The Honeynet Project, a non-profit organization that develops open-source security research tools, has created a component for the Glastopf Web application honeypot software that can emulate applications vulnerable to SQL injection attacks in order to trick attackers into revealing their intentions.
In the context of computer security, honeypots are systems that are intentionally left vulnerable in order to collect technical information about attacks. That information can be used to strengthen the security of other systems found on the same network or to develop attack signatures for security products like firewalls.
Honeypots can be used by researchers to discover previously unknown attacks and capture previously undetected malware or can be used by businesses to understand how a system exposed to the Internet with a particular configuration would be targeted by hackers.
One of the several honeypot tools created by people involved in the Honeynet Project is called Glastopf and consists of a Web server that dynamically emulates vulnerable Web applications in order to attract attackers.
Glastopf has been in development since 2009 and is currently at version 3. However, until last week, it lacked the capability of emulating SQL injection vulnerabilities, an important class of Web application vulnerabilities that are commonly targeted by attackers.
That's no longer the case, because on Saturday the Honeynet Project released an SQL injection "handler" for the Glastopf web application honeypot.
The new component was developed as part of Cyber Fast Track, a research program funded by DARPA (Defense Advanced Research Projects Agency), a research arm of the U.S. Department of Defense.
"The main goal of this project was the development of a SQL injection vulnerability emulator that goes beyond the collection of SQL vulnerability probings," the Honeynet Project said in a blog post on Saturday. "It deceives the adversary with crafted responses matching his request into sending us the malicious payload which could include all kinds of malicious code."
SQL injection vulnerabilities allow attackers to write malicious data into a website's database or to extract sensitive information from it. Because of this, they can result in serious data breaches.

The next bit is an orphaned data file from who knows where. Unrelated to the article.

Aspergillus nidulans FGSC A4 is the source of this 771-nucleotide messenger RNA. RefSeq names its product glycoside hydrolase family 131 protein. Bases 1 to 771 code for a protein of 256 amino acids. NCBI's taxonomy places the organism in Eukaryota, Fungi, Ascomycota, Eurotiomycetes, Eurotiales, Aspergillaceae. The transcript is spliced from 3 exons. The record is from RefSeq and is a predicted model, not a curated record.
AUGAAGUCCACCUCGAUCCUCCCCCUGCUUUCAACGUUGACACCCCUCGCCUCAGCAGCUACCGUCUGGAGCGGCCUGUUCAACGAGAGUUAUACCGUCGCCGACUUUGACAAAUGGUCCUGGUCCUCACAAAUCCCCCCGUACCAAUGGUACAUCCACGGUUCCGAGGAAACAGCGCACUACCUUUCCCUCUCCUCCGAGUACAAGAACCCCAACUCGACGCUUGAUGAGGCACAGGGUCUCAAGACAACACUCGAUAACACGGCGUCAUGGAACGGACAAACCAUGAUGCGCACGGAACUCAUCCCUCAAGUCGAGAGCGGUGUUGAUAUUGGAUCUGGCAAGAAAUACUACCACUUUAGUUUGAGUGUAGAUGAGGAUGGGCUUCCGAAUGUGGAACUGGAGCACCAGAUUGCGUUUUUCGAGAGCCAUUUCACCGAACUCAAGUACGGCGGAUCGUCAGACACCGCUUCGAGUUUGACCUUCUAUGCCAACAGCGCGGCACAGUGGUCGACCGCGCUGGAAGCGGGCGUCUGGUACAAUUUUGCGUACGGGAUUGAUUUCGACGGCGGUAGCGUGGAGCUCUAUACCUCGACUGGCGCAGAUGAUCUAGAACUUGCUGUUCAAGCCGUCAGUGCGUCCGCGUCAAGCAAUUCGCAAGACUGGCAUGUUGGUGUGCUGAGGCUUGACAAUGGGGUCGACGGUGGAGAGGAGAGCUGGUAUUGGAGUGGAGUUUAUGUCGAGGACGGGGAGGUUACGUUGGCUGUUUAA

According to a semi-annual report released by security firm Imperva in August, the median number of SQLi attacks experienced by a typical Web application between December 2011 and May 2012 was 17.5 and in the worst case it was 320.
According to a report (PDF) from the Honeynet Project that describes the implementation of the Glastopf SQL injection emulator in more detail, limited tests performed with the new component revealed an attack rate of 10 SQL injection attacks per day.
That's probably because the new SQL injection component can emulate multiple vulnerabilities at once, therefore attracting more attackers than a typical Web application does.
It does this by exposing paths indicating the existence of a known vulnerability to search engine crawlers. Glastopf's developers call these path-based vulnerability signatures "dorks" and they serve as bait for attackers.
"Querying the search engine for the characteristic of a potentially vulnerable web application will return our honeypot dorks in the search results (probably among other results which point to real and vulnerable web applications)," they explained in the report.
Glastopf can use predefined SQL injection dorks built for known vulnerabilities, but can also build new dorks from the attacks it sees by automatically adding the paths attackers try to access to the database.
"The attack surface general approach is successful and future data analysis will reveal if the new features, like data clustering for dork selection and external dork sources, will increase the amount of malicious requests per day," the developers said in the report.